NEW YORK (Reuters) – Oil prices fell on Thursday after three sessions of gains as restrictions on travel worldwide crimped fuel demand, with U.S. crude futures plunging about 4% after the United States scrapped plans to buy domestic oil for its emergency reserve.
Paul Putnam, 53, a rancher and independent contract pumper walks past a pump jack in Loving County, Texas, U.S. November 25, 2019. REUTERS/Angus Mordant
Concerns about demand also overshadowed expectations that a $2 trillion U.S. stimulus package will bolster economic activity.
West Texas Intermediate (WTI) crude CLc1 futures dropped 91 cents, or 3.7%, to $23.58 a barrel by 11:11 a.m. EDT (1511 GMT). Brent crude LCOc1 futures fell 11 cents to $27.28 a barrel. Both contracts are down about 60% this year.
U.S. futures were notably weaker than international benchmark Brent crude. The U.S. Department of Energy scrapped a plan to purchase domestic crude oil for its Strategic Petroleum Reserve (SPR) after funding was not included in the broader stimulus package.
“The SPR element is totally a domestic issue and it has been percolating in the market for a couple weeks,” said Bob Yawger, director of futures Mizuho in New York. “There was a certain assumption that it was going to happen so you had that backstop, to a certain degree, that didn’t exist for the international benchmark. But just overnight, it evaporated.”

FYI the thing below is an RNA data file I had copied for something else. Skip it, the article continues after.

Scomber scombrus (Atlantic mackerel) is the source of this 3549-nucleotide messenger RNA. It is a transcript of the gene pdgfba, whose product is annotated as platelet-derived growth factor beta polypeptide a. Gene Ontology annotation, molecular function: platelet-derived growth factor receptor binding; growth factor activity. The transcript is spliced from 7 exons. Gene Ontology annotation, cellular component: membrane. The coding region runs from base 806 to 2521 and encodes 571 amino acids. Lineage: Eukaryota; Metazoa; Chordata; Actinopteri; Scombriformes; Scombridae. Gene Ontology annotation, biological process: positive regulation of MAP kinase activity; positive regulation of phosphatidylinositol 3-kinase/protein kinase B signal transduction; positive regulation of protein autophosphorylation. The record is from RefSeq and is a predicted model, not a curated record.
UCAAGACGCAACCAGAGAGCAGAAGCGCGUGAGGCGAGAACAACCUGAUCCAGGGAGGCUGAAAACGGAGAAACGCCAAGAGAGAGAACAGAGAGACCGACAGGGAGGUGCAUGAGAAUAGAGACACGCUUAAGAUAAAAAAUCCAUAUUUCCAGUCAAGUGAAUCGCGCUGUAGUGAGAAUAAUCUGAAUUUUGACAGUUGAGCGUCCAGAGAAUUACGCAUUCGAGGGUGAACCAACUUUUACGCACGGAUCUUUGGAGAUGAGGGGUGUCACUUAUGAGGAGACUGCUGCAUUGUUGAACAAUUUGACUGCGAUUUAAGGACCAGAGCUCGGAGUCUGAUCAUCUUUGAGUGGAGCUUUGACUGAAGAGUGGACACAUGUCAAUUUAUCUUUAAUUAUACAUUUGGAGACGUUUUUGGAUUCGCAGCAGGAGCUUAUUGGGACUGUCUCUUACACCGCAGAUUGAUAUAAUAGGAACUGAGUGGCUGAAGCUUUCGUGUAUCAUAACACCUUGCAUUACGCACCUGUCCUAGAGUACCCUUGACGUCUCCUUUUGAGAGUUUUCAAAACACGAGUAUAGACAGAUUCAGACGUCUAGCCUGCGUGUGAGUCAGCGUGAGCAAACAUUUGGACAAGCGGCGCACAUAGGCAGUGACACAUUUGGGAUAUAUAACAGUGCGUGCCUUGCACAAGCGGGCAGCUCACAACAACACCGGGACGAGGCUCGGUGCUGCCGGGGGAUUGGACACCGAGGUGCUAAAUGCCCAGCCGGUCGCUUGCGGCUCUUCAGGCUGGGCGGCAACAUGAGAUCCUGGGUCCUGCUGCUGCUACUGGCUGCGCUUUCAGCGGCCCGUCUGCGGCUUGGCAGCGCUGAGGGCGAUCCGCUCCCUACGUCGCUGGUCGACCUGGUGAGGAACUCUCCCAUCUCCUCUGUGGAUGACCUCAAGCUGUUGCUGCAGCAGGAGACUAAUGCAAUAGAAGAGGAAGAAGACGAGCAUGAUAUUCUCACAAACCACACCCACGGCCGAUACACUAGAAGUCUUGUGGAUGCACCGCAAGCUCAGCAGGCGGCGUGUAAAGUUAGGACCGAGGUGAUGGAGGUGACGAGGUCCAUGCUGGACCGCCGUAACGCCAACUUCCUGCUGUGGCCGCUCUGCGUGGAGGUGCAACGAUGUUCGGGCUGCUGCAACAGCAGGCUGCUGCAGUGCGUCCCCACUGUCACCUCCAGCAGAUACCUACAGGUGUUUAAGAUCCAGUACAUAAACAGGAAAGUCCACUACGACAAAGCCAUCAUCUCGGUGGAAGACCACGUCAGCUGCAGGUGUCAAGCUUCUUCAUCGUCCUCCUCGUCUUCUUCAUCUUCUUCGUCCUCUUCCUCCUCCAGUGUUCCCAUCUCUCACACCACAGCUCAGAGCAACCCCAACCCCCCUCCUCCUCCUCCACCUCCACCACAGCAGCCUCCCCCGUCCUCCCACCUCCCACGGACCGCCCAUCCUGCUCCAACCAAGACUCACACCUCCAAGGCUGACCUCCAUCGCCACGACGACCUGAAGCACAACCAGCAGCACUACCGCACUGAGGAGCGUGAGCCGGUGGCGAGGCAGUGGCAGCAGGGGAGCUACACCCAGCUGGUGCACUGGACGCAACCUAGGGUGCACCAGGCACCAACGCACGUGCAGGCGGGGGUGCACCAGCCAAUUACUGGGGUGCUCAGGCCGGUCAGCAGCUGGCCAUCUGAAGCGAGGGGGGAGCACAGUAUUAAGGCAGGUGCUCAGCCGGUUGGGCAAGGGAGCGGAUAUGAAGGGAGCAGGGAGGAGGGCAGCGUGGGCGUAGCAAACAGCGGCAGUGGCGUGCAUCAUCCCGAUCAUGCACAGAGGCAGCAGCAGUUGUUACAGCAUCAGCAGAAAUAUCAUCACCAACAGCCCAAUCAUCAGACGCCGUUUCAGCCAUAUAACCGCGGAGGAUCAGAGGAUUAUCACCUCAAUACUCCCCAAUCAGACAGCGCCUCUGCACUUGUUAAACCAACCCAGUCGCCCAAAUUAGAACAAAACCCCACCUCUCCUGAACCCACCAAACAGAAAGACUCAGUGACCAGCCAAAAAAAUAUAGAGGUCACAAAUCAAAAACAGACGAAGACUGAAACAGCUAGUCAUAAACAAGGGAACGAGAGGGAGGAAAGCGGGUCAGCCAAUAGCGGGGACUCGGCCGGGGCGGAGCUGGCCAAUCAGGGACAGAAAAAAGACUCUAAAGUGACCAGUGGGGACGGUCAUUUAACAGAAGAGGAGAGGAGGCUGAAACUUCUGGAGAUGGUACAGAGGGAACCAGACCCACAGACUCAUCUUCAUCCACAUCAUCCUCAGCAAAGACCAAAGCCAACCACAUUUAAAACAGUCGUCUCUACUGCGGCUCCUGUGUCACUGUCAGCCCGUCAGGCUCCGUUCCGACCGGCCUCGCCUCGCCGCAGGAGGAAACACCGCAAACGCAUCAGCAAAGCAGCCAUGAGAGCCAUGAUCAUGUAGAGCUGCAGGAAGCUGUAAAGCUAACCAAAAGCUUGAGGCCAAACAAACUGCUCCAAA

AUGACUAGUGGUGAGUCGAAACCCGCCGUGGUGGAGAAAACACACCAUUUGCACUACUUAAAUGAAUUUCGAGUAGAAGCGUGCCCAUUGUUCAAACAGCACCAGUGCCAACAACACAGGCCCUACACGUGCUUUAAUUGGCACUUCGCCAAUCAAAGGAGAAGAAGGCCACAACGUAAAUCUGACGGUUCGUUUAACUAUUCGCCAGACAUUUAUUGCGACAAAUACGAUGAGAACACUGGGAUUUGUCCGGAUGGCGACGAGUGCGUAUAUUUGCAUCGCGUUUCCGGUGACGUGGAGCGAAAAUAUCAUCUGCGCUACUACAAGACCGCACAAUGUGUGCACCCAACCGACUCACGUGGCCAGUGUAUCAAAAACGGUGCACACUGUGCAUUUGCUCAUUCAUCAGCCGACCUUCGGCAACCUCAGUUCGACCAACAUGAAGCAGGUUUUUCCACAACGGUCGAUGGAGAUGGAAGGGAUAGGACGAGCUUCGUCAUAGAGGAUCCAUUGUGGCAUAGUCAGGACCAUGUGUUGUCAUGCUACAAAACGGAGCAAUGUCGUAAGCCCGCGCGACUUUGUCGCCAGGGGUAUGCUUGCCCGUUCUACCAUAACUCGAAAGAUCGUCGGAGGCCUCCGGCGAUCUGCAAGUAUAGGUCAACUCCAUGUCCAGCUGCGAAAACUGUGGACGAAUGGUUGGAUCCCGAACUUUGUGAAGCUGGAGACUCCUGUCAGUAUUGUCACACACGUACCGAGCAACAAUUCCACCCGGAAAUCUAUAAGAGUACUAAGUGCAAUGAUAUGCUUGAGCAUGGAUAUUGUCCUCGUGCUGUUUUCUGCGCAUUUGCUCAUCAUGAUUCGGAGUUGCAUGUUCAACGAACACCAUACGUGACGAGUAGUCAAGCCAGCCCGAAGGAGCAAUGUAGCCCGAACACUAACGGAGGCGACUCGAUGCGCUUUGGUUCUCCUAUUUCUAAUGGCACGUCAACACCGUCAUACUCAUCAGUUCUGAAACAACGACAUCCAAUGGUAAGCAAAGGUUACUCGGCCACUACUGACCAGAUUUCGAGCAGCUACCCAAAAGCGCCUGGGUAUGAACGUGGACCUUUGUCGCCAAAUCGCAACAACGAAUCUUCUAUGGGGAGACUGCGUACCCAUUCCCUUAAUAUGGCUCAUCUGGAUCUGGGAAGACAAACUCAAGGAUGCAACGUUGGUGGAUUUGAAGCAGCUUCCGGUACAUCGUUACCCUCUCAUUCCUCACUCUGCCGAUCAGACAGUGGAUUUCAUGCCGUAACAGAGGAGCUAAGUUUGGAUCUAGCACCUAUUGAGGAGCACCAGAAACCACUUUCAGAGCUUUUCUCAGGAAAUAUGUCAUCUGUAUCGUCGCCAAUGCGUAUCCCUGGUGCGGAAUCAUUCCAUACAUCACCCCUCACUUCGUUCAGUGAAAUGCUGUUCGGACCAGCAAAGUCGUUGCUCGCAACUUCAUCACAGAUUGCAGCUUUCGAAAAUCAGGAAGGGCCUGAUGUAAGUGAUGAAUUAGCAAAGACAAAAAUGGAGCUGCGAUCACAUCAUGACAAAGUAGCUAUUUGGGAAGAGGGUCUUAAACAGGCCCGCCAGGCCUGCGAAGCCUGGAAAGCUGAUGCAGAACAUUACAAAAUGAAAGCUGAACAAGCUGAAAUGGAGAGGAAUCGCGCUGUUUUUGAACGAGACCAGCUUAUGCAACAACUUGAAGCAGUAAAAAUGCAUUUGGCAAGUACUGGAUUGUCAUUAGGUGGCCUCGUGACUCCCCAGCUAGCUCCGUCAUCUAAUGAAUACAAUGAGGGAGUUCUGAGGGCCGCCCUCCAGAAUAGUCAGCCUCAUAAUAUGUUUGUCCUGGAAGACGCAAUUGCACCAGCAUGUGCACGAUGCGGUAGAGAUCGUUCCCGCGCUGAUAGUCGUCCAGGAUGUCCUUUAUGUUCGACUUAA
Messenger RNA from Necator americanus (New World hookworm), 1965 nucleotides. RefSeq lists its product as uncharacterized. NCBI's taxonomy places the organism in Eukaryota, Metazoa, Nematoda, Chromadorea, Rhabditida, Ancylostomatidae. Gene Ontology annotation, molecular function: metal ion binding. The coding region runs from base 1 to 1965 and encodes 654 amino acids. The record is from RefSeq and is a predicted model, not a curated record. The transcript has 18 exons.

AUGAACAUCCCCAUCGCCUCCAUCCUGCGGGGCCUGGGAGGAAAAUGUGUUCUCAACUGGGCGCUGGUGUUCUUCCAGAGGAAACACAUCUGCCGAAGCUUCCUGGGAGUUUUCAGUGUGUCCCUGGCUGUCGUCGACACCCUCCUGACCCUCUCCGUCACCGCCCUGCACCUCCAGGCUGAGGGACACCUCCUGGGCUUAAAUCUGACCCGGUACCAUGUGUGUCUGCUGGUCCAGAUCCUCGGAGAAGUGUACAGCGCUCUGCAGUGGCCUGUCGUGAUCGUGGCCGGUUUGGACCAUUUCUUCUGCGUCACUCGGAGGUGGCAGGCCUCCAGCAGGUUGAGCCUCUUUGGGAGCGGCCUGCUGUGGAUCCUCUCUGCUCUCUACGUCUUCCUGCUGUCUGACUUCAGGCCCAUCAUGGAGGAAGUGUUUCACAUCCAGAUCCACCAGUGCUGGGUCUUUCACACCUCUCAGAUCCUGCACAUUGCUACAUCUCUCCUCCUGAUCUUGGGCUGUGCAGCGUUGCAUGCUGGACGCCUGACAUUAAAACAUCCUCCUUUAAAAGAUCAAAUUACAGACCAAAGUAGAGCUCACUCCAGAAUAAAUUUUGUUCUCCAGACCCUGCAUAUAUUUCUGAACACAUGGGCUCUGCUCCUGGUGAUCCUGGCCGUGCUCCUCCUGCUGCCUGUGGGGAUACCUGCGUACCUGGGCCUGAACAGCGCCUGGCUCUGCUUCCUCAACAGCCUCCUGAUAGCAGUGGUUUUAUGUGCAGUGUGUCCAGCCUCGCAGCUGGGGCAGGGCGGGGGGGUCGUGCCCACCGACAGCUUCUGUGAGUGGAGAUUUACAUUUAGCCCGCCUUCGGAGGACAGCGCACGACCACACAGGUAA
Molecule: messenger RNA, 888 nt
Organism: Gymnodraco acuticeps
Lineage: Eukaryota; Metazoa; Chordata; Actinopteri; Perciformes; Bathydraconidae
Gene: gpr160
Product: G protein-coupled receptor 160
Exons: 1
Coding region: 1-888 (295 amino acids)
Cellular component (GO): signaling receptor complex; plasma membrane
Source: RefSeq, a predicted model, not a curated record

The U.S. Senate unanimously passed the $2 trillion bill aimed at helping struggling workers and industries hurt by the impact of the coronavirus epidemic, and sent the legislation to the House of Representatives. [nL1N2BJ15W] The House is expected to vote on Friday.
But with demand disappearing and output rising, the outlook for oil is bleak.
Goldman Sachs forecast global oil demand, which stood at around 100 million barrels per day (bpd) last year, will fall by 10.5 million bpd in March and 18.7 million bpd in April. For the year, oil consumption is expected to contract by around 4.25 million bpd, the Wall Street bank said.
“Global isolation measures are leading to an unprecedented collapse in oil demand,” it said.
The weakening demand is leading oil refineries from Texas to Thailand to reduce operating rates.
The world’s top oil and gas companies have cut spending by about 20%, including majors Chevron (CVX.N), Total (TOTF.PA) and Royal Dutch Shell (RDSa.L).
Brazil’s Petrobras said it was dialing back short-term production by 100,000 bpd, delaying a dividend payment and trimming its 2020 investment plan.
At the same time, the collapse of a supply-cut pact between the Organization of the Petroleum Exporting Countries and other producers led by Russia, known as OPEC+, is set to boost oil supply, with Saudi Arabia planning to ship more than 10 million bpd from May. (GRAPHIC: Global oil slump: reut.rs/39ieums/ here)
Oil stockpiles are already rising with tanks around the world filling fast despite a 50%-100% jump in leasing costs.
U.S. crude inventories rose by 1.6 million barrels last week, marking the ninth straight week of increases. Products supplied, a proxy for U.S. demand, dropped nearly 10% to 19.4 million bpd, government data showed on Wednesday.
Additional reporting by Ron Busso in London, Roslan Khasawneh in Singapore and Sonali Paul in Melbourne; Editing by Marguerita Choy and Susan Fenton